Creating a BedTool

To create a BedTool, first you need to import the pybedtools module. For these examples, I’m assuming you have already done the following:

>>> import pybedtools
>>> from pybedtools import BedTool

Next, you need a BED file to work with. If you already have one, then great – move on to the next section. If not, pybedtools comes with some example bed files used for testing. You can take a look at the list of example files that ship with pybedtools with the list_example_files() function:

>>> # list the example bed files
>>> files = pybedtools.list_example_files()

Once you decide on a file to use, feed the your choice to the example_filename() function to get the full path:

>>> # get the full path to an example bed file
>>> bedfn = pybedtools.example_filename('a.bed')

The full path of bedfn will depend on your installation (this is similar to the data() function in R, if you’re familiar with that).

Now that you have a filename – either one of the example files or your own, you create a new BedTool simply by pointing it to that filename:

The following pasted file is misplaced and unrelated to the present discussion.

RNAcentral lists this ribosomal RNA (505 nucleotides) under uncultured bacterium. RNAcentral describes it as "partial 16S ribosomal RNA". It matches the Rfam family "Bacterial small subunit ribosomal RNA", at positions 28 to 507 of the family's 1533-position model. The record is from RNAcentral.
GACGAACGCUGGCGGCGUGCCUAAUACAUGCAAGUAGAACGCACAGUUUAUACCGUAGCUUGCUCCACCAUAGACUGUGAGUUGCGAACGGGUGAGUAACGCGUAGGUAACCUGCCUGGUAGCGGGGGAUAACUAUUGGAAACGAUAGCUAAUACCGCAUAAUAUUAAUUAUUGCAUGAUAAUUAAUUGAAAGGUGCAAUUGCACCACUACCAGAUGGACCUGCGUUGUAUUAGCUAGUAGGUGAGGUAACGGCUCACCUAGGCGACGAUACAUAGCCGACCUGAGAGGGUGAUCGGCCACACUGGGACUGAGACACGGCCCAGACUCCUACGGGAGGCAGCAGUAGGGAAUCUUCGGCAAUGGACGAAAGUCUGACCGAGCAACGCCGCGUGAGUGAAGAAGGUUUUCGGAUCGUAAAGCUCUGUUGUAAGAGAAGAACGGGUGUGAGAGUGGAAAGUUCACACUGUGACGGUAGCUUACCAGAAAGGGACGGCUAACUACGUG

>>> # create a new BedTool from the example bed file
>>> myBedTool = BedTool(bedfn)

Alternatively, you can construct BED files from scratch by using the from_string keyword argument. However, all spaces will be converted to tabs using this method, so you’ll have to be careful if you add “name” columns. This can be useful if you want to create de novo BED files on the fly:

>>> # an "inline" example:
>>> fromscratch1 = pybedtools.BedTool('chrX 1 100', from_string=True)
>>> print(fromscratch1)
chrX    1   100

>>> # using a longer string to make a bed file.  Note that
>>> # newlines don't matter, and one or more consecutive
>>> # spaces will be converted to a tab character.
>>> larger_string = """
... chrX 1    100   feature1  0 +
... chrX 50   350   feature2  0 -
... chr2 5000 10000 another_feature 0 +
... """

>>> fromscratch2 = BedTool(larger_string, from_string=True)
>>> print(fromscratch2)
chrX    1   100 feature1    0   +
chrX    50  350 feature2    0   -
chr2    5000    10000   another_feature 0   +

Of course, you’ll usually be using your own bed files that have some biological importance for your work that are saved in places convenient for you, for example:

>>> a = BedTool('/data/sample1/peaks.bed')